- When they are passing another motorist that is moving in the same way
- When they are placing their car in an illegal position to take a left turn
- When the lane on their right is in despair or under construction
- When driving on a roadway whose traffic is restricted to only one way
- When a road does not have a sufficient width
Sections 21750, 21751, and 21753 states that drivers who are moving in the same way must enter the left lane at a good distance and that they should stay in that passing lane until it is okay for them to get back to the correct way. Drivers who are being overtaken must not intensify their speed until the other driver has completely overtaken them.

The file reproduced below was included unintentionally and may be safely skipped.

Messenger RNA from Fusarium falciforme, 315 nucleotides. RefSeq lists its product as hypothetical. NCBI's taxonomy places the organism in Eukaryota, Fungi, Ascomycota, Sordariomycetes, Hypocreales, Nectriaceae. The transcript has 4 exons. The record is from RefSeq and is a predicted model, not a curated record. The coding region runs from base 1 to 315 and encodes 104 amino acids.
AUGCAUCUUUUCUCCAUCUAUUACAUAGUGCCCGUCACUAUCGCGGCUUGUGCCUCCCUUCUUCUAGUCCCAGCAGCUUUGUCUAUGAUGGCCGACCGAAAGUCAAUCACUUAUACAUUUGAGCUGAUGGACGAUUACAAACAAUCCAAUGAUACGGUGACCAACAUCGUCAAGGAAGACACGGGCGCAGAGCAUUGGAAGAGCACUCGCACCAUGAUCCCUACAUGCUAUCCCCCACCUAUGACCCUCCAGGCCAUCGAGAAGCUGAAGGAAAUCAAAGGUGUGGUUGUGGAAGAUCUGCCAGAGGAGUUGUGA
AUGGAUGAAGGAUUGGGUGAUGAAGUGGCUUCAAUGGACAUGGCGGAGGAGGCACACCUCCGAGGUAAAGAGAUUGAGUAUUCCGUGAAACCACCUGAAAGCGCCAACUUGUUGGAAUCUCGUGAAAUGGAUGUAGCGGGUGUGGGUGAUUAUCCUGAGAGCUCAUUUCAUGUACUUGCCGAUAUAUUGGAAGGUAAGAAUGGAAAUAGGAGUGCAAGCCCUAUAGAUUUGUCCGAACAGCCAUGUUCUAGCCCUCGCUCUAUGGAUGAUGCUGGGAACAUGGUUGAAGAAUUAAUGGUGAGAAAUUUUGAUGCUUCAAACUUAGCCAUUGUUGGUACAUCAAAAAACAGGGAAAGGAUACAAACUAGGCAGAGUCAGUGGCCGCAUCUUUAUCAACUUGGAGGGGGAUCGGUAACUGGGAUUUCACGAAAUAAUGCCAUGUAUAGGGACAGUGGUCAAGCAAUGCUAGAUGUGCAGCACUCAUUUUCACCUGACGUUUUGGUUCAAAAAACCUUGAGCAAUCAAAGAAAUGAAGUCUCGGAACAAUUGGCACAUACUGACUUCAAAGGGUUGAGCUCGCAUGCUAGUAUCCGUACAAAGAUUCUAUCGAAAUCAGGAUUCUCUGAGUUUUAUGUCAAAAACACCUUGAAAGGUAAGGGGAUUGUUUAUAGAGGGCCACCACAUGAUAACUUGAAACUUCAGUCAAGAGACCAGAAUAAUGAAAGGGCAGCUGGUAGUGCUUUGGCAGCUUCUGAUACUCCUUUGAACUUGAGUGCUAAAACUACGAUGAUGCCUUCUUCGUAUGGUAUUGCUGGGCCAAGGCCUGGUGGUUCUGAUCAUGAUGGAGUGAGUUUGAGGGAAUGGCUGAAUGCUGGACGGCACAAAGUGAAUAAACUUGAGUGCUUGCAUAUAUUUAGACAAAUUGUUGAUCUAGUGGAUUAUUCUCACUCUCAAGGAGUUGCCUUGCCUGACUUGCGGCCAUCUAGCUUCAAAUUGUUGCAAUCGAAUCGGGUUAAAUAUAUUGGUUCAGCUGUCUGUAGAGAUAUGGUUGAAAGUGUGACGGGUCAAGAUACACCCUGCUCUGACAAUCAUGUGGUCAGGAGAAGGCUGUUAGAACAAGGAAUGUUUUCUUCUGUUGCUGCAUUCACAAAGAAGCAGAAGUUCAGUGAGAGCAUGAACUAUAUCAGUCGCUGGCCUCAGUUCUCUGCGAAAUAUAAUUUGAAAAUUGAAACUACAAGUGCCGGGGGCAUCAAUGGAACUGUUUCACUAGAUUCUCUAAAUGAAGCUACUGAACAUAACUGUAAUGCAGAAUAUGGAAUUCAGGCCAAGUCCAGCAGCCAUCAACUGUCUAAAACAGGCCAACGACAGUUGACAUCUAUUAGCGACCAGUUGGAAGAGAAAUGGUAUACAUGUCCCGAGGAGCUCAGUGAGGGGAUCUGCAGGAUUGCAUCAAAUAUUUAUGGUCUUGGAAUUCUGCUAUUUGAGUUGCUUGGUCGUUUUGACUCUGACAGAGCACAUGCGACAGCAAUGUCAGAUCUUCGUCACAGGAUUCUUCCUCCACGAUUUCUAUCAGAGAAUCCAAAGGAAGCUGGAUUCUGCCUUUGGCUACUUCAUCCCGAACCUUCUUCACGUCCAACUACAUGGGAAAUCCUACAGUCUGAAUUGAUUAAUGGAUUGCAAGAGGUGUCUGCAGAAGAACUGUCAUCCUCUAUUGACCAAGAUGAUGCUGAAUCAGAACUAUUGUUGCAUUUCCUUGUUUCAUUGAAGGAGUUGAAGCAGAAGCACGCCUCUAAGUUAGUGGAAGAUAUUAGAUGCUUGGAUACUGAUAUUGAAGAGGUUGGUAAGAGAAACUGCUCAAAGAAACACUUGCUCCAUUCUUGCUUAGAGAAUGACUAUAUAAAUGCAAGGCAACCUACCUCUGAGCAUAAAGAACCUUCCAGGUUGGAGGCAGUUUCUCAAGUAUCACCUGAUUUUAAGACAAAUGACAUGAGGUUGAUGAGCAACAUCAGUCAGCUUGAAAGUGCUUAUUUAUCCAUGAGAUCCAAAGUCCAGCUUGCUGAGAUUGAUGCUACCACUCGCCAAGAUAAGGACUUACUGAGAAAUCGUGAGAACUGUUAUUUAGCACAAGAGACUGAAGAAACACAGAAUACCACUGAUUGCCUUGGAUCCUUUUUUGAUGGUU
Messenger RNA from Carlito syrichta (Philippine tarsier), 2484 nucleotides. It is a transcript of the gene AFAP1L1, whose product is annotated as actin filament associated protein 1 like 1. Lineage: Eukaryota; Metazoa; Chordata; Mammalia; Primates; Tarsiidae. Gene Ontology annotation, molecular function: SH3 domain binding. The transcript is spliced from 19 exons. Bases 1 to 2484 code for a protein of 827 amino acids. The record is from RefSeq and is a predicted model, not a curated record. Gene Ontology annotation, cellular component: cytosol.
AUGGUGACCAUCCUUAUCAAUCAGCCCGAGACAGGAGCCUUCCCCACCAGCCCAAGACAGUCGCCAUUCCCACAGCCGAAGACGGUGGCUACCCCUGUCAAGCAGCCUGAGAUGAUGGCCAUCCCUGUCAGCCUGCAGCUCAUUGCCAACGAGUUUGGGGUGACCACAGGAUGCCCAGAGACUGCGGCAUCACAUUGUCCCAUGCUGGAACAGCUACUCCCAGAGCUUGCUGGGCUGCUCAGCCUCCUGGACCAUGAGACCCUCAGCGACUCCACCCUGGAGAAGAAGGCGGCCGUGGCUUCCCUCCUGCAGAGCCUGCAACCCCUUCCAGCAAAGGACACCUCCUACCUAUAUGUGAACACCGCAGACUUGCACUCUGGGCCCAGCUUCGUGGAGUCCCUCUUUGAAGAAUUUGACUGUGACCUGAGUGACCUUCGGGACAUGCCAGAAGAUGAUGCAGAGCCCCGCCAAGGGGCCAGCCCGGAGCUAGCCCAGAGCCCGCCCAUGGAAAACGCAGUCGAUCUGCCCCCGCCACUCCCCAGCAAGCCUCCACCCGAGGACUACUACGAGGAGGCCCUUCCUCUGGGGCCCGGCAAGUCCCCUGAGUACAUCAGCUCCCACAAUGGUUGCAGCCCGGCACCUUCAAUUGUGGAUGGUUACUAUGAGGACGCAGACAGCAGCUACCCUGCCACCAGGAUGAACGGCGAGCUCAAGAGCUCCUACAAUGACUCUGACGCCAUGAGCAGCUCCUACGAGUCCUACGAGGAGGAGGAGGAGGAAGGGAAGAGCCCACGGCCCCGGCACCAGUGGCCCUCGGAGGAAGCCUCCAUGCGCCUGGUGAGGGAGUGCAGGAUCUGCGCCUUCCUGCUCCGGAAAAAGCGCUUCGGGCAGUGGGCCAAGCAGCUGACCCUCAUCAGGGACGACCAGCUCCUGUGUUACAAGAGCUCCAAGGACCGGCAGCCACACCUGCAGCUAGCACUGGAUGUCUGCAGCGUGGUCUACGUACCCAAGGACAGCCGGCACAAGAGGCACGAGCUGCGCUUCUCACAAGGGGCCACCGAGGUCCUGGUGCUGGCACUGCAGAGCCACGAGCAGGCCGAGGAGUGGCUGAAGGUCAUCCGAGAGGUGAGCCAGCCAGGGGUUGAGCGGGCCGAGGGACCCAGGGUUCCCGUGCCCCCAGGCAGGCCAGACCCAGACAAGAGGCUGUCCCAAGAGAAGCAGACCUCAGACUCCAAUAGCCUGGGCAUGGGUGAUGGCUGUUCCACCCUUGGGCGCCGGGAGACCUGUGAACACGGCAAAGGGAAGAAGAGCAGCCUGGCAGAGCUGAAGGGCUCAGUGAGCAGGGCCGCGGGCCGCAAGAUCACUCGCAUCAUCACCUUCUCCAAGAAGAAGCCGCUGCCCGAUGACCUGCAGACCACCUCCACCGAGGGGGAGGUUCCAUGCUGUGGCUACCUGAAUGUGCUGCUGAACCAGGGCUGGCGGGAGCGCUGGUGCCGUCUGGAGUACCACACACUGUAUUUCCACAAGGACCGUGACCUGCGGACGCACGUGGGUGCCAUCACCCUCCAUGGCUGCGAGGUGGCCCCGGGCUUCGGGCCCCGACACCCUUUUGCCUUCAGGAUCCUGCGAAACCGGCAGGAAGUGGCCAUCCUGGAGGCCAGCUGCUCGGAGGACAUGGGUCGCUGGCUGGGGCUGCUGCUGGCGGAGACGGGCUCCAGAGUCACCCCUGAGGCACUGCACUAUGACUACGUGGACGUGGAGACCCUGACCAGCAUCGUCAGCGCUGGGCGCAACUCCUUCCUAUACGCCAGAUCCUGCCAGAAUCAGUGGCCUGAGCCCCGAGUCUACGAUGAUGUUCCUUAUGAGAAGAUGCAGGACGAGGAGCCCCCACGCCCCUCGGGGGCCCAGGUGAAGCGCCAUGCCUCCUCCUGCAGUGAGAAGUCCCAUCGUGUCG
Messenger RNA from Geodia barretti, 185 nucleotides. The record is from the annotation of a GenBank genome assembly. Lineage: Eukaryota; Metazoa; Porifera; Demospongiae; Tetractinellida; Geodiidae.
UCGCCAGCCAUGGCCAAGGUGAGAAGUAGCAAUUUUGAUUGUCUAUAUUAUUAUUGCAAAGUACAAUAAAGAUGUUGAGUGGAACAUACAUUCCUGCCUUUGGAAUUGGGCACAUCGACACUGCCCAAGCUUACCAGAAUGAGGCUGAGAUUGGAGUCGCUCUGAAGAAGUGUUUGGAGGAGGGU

Section 21751 provides limitations to drivers overhauling on the left. This should only be done if the left is visible and that the overtaking car can get back to its original road without meddling with the operations of the approaching traffic.
Section 21754 provides that drivers can make a pass on his/her right but under these conditions:
- When the motorist they want to overtake is almost taking a left turn. The driver that is making the pass on a right is, however, needed to do this without taking off the most-used part of that road.
- When that road has two or more lanes on traffic, all going in the same way
- If the driver is driving on a street with just one way
- If driving on a highway that has two roadways and traffic is limited to only one way on each of those roads
Sections 21703 and 21706 state that drivers shouldn’t follow other drivers too closely on a highway. Drivers should maintain a distance that is prudent and reasonable. They should also pay attention to their speed and haste of other motorists as well as circumstances along the road while considering the distance to keep between them and other vehicles.